In Figure 2, you can see the total labeled counts of positive, negative, and neutral from . It is obvious that that with the chosen A- split point that neutral data surveys dominate positive ones, which also dominate the negative ones. If the neutral "split point" is changed to B+, then positive and negative switch, but still remain close. The important point though isn't which one wins, or loses, but by how much. These data points (the counts) are not far apart, so it is hard to see how a hypothesis that "only positive or negative readers take the survey" is supportable in any statistically significant way. Depending upon our significance level, we might hope to see a 10:1 or a 20:1 ratio between the counts of positive+negative and neutral. Instead we are closer to being able to make the claim that "positive + neutral" reviewers take the survey than positive+negative reviews. Even that claim though, is a long way off.
Evenly Labeled Positive, Negative, and Neutral data counts
Here we've labeled the survey data as positive, negative, and neutral, more or less evenly. There are 13 bins, so we could either discard the "F" data or include it and make the "negative" column a little heavier in so doing. With even labeling, you can still see that the counts do not support the idea of a bipolar "positive and negative only" dataset, with the neutral category about as large as the negative one.
Figure 3: Self labeled undergraduate+alumni commentary
In Figure 3, we take a different tack -- let's look at self labeled comments from undergraduate and alumni reviewers. In self-labeled comments, the reviewers are asked to choose whether their comment is positive, negative, advice, or neutral. Now I've collected advice+neutral together, because I believe "advice" is inherently about being discriminating about the service provided and how to get the best of it, though it could be mis-categorized "advice" such as "don't go here". But I also believe that a truly neutral review is likely to be closer to an advice categorization than say, "meh". Looking at the counts, you can see that positive leads negative, which leads advice+neutral only slightly. Again, the importance is the ratio. Here the ratio is even closer to a uniform distribution than the raw survey data itself. There's no 10x or 20x difference between the counts or even a group of counts.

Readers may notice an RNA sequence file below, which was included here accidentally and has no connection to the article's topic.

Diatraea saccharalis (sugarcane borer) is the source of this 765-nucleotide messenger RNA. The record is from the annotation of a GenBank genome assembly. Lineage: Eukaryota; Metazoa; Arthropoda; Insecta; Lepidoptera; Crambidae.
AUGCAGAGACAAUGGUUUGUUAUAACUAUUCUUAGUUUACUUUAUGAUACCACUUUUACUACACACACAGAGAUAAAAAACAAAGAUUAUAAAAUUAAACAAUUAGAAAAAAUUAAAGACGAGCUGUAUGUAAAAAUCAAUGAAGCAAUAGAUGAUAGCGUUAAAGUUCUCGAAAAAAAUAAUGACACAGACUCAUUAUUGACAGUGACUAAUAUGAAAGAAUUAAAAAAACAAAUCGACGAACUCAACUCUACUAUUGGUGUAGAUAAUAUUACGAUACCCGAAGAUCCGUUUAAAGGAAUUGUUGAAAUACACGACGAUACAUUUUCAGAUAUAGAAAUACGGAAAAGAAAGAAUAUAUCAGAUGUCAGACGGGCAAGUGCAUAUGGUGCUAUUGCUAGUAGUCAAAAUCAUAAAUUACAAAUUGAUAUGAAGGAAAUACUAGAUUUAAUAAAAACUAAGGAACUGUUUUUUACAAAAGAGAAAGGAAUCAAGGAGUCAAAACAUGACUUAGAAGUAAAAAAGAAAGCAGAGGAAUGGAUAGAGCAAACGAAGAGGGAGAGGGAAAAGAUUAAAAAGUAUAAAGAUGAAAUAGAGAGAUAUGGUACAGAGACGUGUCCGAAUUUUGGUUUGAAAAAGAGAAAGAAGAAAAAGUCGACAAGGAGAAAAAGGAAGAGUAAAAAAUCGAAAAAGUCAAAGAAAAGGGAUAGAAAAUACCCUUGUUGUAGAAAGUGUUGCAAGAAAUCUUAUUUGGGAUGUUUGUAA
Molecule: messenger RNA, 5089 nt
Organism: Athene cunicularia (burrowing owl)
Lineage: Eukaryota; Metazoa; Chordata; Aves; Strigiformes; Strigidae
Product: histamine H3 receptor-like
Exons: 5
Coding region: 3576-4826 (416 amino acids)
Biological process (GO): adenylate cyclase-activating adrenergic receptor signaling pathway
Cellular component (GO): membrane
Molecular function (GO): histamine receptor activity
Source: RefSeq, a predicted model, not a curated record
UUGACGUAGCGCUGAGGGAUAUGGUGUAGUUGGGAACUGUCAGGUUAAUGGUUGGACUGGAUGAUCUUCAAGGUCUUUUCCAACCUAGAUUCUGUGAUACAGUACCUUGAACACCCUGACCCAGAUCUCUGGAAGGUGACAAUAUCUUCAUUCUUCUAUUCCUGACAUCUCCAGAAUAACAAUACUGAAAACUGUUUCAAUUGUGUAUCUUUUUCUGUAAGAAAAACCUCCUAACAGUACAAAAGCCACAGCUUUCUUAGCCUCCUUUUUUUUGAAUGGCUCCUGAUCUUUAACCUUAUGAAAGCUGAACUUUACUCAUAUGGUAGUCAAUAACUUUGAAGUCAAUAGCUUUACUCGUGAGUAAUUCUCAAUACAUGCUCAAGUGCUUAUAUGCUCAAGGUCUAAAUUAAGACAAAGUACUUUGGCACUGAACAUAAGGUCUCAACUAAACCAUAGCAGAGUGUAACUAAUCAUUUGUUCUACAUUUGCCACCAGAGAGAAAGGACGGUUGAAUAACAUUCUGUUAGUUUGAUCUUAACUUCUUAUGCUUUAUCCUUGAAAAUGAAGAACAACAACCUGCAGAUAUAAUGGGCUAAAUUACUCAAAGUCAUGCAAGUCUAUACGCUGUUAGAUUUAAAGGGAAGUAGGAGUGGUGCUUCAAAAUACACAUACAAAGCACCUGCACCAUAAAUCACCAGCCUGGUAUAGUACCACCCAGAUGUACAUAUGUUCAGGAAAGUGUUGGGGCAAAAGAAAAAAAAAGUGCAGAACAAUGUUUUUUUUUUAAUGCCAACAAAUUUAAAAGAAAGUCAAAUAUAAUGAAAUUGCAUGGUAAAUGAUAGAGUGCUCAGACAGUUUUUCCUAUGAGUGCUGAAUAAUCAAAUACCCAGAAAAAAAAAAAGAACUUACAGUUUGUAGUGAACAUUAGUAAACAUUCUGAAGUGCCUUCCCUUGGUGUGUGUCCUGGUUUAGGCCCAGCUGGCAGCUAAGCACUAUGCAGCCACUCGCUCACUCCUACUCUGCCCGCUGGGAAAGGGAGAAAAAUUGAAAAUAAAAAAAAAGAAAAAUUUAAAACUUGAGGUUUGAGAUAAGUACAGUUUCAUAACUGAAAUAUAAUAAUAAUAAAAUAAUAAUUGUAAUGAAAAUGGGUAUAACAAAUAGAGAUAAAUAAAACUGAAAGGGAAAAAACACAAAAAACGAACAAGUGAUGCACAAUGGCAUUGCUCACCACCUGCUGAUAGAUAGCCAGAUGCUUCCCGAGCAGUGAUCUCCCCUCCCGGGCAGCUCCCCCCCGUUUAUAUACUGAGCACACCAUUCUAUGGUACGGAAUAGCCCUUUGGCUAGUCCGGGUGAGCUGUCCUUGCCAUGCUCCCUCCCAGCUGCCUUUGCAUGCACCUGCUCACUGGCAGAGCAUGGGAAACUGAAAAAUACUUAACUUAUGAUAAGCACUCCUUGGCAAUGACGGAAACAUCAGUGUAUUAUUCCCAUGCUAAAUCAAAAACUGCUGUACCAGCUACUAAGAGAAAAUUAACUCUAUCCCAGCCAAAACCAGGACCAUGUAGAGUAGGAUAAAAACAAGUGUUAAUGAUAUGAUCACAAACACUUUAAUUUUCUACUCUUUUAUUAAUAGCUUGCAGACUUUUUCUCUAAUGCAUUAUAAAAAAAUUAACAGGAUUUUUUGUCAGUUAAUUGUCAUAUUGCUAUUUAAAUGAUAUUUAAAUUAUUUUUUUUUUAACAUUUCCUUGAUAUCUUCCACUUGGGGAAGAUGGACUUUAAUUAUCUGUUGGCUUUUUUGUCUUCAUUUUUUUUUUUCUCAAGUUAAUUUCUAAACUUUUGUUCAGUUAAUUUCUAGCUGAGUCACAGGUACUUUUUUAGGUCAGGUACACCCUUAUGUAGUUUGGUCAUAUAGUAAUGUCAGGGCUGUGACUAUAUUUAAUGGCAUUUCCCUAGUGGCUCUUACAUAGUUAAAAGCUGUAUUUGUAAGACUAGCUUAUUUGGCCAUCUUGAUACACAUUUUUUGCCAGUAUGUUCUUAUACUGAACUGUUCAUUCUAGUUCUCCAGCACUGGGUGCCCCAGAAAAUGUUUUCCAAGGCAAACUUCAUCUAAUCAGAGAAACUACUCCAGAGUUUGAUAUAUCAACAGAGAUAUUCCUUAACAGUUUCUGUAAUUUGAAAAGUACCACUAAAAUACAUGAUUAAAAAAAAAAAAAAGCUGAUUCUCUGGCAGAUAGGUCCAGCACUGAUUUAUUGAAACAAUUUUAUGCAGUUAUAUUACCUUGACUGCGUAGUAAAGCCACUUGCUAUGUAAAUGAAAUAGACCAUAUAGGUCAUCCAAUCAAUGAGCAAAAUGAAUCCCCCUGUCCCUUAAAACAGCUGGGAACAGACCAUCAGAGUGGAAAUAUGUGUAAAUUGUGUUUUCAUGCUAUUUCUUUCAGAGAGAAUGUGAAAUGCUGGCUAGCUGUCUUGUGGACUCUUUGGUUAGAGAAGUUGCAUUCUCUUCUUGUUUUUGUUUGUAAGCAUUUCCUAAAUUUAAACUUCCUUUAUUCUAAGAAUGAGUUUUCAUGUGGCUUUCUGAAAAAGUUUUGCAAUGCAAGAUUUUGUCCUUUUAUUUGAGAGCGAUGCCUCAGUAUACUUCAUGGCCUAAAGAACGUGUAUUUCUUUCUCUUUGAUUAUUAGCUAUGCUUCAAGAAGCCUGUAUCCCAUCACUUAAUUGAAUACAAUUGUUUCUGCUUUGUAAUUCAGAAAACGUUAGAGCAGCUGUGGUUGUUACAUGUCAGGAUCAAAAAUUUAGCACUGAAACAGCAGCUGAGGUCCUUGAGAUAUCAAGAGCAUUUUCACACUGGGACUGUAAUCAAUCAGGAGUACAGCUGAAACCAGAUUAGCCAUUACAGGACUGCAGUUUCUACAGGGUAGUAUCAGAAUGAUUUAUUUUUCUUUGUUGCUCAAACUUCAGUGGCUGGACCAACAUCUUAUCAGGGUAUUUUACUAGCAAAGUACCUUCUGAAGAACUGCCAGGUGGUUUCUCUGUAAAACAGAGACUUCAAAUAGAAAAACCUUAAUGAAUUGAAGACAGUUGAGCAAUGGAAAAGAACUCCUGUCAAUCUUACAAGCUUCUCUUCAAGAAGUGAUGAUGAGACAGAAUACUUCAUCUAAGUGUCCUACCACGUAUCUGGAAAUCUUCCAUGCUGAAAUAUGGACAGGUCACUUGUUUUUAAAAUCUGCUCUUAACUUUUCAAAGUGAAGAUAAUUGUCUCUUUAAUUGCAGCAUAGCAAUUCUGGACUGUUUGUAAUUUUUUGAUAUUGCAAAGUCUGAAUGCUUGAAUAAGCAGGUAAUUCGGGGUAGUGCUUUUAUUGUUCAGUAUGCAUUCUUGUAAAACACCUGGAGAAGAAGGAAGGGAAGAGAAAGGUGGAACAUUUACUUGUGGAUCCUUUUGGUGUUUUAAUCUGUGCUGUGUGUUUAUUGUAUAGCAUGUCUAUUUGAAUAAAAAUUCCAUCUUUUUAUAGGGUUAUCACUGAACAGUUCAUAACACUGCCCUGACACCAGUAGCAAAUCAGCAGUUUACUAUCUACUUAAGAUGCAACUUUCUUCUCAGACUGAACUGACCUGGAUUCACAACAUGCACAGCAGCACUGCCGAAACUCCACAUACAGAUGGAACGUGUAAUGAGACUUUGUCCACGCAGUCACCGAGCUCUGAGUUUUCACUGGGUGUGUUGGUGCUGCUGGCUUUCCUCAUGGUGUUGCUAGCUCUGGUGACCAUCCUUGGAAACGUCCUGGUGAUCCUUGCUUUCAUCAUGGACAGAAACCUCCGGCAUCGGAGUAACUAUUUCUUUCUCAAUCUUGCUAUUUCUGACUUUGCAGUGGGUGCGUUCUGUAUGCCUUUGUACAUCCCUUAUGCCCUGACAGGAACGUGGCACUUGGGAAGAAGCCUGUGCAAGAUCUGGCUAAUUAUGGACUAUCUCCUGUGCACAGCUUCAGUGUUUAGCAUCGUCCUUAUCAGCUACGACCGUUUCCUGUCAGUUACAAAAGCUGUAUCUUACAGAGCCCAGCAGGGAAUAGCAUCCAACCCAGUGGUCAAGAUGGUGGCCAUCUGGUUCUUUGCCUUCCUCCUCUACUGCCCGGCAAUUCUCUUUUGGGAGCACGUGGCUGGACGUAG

More Interesting Questions
- Do the survey data means match the "true value"? That is, how closely does the sampling of those who took the survey match the sentiment on the campus? Or perhaps the average sentiment of the usual student. Are they consistent with other sources? Even if the data is bipolar and asks a single question about the school "yes" vs "no", the true value question would still exist. We also take a different tack -- we want to know whether the survey data mean matches the value a prospective student is likely to face. Such features such as gender, major, instate/out of state, etc suddenly become more relevant.
- How much does the survey itself drive the data values? What are the psychological biases imparted by the survey?
- Do the overall survey data match all of the student body distribution across the country? Which students are more likely to survey vs the actual student distribution. For instance, if only women take our survey, but the student body across the country is 50-50 (it isn't) male:female, then the properties of the self-selected group imparts biases that aren't apparent onto all of the results.
- Suppose that "neutral" is only a C+? Would seeing (and thus analyzing) the data set as only containing positive and negative data support the idea that it does only contain a marginal, forgettable amount of neutral?
In conclusion, I think that if people look at online survey data more closely, and without their own biases, particularly one that allows dismissal, they will find the data to be more robust, interesting, and informative than they had assumed. I also think that if the other companies look at their own data more closely, they will find the "bipolar" assumption to be false as well. Surely Amazon would disagree with it.
Basically, if one assumes a priori that there is no knowledge to be gained, then they cannot gain knowledge.